James Hill: the Old Silo

Love, loneliness, and ukulele

Photo by Lauren Siddall.

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Nova Scotia songwriter and ukulele player James Hill made waves in the Canadian music scene last fall with the release of his new roots/Americana album, The Old Silo.

Hill is an experienced performer, with five other albums to his name. He is also a well-known ukulele educator and clinician, as well as the co-author of a ukulele method book series. He began learning ukulele early in life in his hometown of Langley, B.C., where he honed his technique throughout his teenage years.

Hill cites Troy Fernandez, Ohta-San, J. Chalmers Doane, John King, and Kimo Hussey as his largest ukulele influences.

The Old Silo was recorded in Dartmouth, Nova Scotia and produced by acclaimed indie-rock musician Joel Plaskett (who is also featured on the album).

Hill brings virtuosic ukulele technique and a wealth of musicality to The Old Silo. His reimagining of the ukulele and its role in modern music is an impressive display of his innovation and creativity as a songwriter and musician.

The Old Silo is a fresh take on folk/roots rock music, and incorporates elements of country and indie rock. Cellist/vocalist Anne Janelle, pianist Bill Stevenson, and harmonica player Joe Murphy join Hill and Plaskett on the album, creating a wide spectrum of instrumentation Hill uses to present various styles and sounds throughout The Old Silo.

The album opens with “New Moon,” a timelessly catchy tune with a cheerful ukulele accompaniment. It is one of many songs on the record that highlights Hill’s strong lyric writing, including the meandering and sweet “Gold Digger.”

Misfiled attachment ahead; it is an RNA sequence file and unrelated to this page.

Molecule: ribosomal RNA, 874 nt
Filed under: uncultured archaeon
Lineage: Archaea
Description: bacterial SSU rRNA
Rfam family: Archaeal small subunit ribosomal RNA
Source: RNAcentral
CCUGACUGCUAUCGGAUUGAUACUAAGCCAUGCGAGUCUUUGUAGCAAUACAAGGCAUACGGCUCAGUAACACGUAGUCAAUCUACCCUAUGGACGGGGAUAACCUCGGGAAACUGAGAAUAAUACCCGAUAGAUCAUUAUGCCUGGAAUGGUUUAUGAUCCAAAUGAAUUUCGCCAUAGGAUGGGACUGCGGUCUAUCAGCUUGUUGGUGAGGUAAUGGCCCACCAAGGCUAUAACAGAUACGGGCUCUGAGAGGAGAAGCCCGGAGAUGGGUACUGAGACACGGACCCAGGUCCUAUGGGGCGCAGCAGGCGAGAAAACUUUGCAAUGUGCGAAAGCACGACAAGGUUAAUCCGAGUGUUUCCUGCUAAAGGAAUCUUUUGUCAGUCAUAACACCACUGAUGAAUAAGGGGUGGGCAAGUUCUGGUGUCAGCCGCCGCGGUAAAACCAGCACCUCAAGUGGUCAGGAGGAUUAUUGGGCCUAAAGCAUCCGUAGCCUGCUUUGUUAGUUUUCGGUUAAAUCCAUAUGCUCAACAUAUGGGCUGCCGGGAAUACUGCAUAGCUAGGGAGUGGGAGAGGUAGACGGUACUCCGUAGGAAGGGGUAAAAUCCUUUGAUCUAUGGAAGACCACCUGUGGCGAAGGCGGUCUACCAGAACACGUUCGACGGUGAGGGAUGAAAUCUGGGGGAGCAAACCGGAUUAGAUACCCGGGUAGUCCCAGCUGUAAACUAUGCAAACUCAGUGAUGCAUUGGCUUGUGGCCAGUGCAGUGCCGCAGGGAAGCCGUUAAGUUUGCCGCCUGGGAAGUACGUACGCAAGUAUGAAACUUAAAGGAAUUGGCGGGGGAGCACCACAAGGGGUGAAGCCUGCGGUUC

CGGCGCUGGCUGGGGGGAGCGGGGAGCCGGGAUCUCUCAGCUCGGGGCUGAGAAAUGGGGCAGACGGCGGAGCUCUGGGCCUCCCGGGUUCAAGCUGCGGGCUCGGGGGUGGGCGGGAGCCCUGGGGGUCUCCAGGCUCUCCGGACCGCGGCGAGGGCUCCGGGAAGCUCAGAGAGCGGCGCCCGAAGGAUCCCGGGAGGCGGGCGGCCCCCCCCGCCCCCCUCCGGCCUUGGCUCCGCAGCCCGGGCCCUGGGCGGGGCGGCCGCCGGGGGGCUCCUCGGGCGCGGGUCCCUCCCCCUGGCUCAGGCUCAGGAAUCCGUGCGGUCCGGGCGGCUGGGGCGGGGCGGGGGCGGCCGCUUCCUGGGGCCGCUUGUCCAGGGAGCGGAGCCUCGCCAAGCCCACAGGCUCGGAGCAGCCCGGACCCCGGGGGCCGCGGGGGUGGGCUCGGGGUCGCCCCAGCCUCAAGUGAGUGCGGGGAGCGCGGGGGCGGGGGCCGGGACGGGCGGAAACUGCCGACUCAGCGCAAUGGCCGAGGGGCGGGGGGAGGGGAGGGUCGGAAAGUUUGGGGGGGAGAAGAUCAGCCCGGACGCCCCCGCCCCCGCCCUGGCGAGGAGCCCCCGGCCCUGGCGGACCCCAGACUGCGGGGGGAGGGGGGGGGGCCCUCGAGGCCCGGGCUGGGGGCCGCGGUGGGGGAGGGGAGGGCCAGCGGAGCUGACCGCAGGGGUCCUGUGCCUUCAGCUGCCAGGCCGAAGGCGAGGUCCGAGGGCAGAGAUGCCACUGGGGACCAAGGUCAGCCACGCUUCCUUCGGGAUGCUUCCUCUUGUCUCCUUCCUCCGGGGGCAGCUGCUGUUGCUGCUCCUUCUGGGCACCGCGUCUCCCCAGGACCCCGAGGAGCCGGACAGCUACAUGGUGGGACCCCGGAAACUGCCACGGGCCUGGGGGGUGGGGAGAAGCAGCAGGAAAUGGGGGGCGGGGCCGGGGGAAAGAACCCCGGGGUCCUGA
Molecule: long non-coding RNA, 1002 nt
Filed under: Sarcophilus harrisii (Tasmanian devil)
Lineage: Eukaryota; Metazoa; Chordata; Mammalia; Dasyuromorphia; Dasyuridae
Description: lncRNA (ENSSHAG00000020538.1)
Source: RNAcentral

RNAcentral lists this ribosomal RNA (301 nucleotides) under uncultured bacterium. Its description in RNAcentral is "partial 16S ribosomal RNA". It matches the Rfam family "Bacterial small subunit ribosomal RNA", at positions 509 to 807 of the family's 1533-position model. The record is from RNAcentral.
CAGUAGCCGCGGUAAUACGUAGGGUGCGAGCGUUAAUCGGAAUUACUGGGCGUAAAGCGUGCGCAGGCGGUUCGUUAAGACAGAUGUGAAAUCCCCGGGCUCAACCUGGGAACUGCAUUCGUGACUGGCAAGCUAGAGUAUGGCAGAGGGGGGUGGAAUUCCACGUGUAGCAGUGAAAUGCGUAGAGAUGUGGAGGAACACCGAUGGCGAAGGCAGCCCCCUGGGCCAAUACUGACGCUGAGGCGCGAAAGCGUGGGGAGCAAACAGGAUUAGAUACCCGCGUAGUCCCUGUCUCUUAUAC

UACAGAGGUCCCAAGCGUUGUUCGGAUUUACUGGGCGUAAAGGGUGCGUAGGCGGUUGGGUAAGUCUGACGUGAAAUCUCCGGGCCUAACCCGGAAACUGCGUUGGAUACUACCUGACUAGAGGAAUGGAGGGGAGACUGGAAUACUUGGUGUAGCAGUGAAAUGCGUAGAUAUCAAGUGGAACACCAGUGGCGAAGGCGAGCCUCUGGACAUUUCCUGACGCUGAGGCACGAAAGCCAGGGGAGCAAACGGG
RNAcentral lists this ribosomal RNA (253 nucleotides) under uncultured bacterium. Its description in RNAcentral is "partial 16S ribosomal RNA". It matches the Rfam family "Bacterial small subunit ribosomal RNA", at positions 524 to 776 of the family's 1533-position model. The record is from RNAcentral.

Featuring banjo, spoons, and ukulele, “The Village Belle” is another standout from the album, sounding like an indie-rock interpretation of a country hoedown tune. Other songs on the album also hint at country classics; “Promenade” is a crowd-pleaser with a breakdown and harmonica solo, and “Lovebirds” a classic country/roots tune with a bluesy piano opening.

Pared down love songs with haunting vocal harmonies are contrasted by hard-driving tunes like “She’s Still Got It” and “Tie One On,” which evoke modern indie/alternative rock bands, featuring edgy vocals and baritone ukulele riffs from Hill.

“The Brightest Lights” is another highlight from the album, filled with rich notes from the ukulele and cello, as well as soaring vocal harmonies.

Hill demonstrates his strong musical instincts throughout the album by masterfully combining the tones of different instruments to create an effortlessly unique roots/Americana album.

Hill creates beautiful narratives and imagery that infuse everything from love to loneliness into the record. The Old Silo reflects the musical maturity and experience of Hill and Plaskett, delivering in every aspect of music-making.